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NOTICE ALERT IN LIGHT OF COVID-19
WHAT WE PROPOSE AND HOW WE CAN ASSIST
At Watson & Watson our clients come first. Please be assured of our continued dedicated services to all current and new clients.
As we have done in the past, we will continue to offer alternative conferencing methods ie video conferencing, skype or telephone conferences. Reviewing of all documentation provided to us prior to any initial conference will be all inclusive of our set fee. Do not hesitate to contact Shereen Da Gloria on (02) 9221 6011 should you have any concerns.
Regardless at what stage in your life you make a Will (Last Will and Testament), the validity and effectiveness of a Will can be affected by certain events by operation of law. These events can affect who receives your estate upon your death. It is important to ensure that your Will is always a proper and effective Will.
What is a Will?
A Will is a legal document that contains provisions which express your wishes so far as the distribution of your estate is concerned upon your death. In all States and Territories of Australia, there is legislation that sets out the technical requirements that must be met to ensure that a Will is valid and will give effect to your wishes. There is legislation which provides that a Court may set aside a Will or challenge the gifts and benefits made in a Will.
In New South Wales the technical requirements for a valid Will and the circumstances in which a Will can be revoked or partially revoked is governed by the Succession Act (NSW) 2006.
Can a Will be affected by marriage or divorce or both?
The answer to this question is yes. A Will is affected when a person marries and when a person is divorced.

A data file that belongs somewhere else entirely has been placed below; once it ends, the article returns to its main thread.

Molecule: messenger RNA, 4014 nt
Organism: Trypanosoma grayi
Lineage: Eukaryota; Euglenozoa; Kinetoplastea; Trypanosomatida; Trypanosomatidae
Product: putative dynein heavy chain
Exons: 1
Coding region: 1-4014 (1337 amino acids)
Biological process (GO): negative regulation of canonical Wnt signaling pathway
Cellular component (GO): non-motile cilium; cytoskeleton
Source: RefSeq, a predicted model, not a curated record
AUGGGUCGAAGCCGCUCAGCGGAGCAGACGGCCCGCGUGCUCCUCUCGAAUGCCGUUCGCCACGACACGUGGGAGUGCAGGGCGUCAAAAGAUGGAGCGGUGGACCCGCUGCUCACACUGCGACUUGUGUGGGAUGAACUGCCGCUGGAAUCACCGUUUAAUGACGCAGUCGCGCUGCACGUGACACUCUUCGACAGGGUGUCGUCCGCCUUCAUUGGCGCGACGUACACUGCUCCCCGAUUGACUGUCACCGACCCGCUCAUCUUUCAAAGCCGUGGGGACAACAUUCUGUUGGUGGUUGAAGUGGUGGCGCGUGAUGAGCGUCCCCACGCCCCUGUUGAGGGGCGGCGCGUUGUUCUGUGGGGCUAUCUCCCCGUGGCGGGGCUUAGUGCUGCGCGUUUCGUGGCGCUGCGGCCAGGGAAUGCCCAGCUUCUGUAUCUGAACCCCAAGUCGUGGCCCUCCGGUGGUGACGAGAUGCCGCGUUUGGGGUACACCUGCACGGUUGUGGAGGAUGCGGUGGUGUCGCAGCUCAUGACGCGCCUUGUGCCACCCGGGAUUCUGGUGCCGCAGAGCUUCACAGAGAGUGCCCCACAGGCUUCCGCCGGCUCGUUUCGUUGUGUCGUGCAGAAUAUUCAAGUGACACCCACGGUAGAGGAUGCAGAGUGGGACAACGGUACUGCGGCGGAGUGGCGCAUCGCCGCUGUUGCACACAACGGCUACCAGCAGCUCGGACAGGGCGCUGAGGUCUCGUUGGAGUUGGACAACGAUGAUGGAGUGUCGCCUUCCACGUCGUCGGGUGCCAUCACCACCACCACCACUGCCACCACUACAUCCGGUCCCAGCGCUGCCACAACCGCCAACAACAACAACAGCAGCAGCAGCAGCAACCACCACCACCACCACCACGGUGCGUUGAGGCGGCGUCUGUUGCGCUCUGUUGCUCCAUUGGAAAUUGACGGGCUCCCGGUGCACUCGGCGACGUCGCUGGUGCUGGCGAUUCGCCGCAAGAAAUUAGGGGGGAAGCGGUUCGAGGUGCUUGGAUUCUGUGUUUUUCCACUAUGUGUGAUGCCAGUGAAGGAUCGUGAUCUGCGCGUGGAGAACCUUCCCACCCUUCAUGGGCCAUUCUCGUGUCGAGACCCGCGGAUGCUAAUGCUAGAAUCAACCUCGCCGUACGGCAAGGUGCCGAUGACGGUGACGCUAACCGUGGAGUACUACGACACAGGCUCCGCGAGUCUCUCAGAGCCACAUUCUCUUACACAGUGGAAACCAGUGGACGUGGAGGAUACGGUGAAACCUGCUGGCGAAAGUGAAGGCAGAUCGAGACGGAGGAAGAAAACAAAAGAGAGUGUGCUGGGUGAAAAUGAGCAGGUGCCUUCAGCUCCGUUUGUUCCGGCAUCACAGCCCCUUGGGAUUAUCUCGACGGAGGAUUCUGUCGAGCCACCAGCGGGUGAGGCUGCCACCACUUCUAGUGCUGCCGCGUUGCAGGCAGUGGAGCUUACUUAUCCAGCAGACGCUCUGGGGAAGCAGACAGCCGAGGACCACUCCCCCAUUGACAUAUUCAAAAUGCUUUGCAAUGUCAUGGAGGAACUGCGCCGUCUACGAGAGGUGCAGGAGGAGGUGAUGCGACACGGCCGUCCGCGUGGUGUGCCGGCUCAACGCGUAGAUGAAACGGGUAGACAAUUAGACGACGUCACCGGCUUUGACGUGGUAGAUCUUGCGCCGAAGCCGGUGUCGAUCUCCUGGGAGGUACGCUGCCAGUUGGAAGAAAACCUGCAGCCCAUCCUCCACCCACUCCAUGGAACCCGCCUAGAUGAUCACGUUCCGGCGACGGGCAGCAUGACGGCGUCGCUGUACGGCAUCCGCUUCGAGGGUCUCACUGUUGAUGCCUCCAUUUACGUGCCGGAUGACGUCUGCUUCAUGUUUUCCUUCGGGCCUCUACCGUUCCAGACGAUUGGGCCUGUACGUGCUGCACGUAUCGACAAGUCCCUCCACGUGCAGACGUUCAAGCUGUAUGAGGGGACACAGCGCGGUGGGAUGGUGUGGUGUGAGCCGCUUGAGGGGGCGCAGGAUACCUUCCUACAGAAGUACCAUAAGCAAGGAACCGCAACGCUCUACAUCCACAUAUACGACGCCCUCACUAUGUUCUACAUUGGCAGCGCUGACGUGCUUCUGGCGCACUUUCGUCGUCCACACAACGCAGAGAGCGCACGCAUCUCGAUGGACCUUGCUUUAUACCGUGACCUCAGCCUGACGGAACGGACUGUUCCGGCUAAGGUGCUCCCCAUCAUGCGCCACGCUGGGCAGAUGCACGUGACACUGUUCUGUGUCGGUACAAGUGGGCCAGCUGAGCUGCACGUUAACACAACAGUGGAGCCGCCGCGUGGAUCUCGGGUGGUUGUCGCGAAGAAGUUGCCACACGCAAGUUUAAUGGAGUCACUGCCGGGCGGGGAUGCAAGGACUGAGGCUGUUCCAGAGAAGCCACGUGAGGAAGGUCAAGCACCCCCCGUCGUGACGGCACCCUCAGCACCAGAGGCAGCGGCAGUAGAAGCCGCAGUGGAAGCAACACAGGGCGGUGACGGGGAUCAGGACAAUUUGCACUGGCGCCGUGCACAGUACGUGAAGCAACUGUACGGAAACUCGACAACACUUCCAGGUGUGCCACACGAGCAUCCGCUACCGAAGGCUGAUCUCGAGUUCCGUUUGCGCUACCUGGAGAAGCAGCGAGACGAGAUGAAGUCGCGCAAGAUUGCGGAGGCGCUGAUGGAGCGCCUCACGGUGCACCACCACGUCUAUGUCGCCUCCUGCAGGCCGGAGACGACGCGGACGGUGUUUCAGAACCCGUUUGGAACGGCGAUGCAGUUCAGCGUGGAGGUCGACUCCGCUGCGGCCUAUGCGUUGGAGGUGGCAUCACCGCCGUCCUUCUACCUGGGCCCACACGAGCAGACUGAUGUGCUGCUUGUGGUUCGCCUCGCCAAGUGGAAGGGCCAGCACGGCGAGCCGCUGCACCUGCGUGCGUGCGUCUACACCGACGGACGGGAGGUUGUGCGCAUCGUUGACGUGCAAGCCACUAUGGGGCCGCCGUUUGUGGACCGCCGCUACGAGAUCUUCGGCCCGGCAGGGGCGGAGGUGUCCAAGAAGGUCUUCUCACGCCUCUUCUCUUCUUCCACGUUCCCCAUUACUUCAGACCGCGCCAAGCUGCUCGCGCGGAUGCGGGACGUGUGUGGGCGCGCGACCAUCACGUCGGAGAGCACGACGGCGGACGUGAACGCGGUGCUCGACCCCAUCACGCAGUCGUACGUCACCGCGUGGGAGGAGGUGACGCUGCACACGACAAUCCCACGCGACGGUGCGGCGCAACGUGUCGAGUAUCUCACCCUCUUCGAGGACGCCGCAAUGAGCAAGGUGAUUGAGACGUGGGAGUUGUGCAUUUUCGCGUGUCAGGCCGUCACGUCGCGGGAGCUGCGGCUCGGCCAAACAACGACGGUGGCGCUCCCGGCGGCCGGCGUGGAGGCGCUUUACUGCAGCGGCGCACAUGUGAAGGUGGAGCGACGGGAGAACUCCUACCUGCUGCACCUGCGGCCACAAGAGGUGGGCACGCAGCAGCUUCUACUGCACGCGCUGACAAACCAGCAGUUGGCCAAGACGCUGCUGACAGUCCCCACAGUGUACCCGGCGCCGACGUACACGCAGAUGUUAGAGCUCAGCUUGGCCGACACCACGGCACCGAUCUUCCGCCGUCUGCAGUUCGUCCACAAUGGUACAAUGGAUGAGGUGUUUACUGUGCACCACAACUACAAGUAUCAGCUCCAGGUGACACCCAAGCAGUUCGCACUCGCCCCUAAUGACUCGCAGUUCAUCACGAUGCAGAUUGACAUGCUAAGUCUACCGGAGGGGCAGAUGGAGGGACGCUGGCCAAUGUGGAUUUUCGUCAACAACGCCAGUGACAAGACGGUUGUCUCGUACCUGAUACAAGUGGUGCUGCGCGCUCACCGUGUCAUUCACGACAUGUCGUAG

What is the Law?
Will - Effect of Marriage – New South Wales
In New South Wales the Succession Act 2006 provides that:
A Will which existed before the marriage of the Testator is revoked by the marriage of the Testator. That is the general rule. There are some exceptions to this general rule. The exceptions are that full revocation will not occur in respect of:-
Will – Effect of Divorce
Divorce or annulment of marriage of the Testator will revoke the parts of the Testators Will:-
Watson & Watson Advice
Watson & Watson advise that when events such as marriage and divorce occur, a person should review their existing Will. In circumstances where they are to be married and wish to enter a Will, the Will can be drafted in contemplation of the marriage and if that is the approach taken, the Will will not be revoked when you marry. If the Will is not expressed to be in contemplation of marriage then upon marriage, the Will will be revoked and you will be without a Will (intestate).
At Watson & Watson we advise that upon divorce a new Will should be entered so that your former spouse does not take any benefit under you Will and that reliance on the Statutory provisions contained in the Succession Act to disentitle your former spouse should not be relied on.
In other words, before marriage and after divorce there should be a thorough consideration of your Will and a new Will prepared reflective of your wishes so far as the distribution of your Estate is concerned.
When a marriage or relationship comes to an end which invariably involves divorce, financial/property settlements and contact issues for child/ren, it can be difficult and emotionally draining to deal with. Often times, people fail to consider their Will and how it will be impacted by the break down/end of the marriage or relationship. At Watson & Watson our experienced Senior Family Law Solicitors can assist you in addressing this issue and avert any potential problems down the track. Please call Richard Watson Senior Family Law Solicitor or his Personal Assistant Shereen Da Gloria to discuss your matter and seek appropriate advice at the outset.
This is only a preliminary view and is not to be taken as legal advice without first contacting Watson & Watson Solicitors on 9221 6011.
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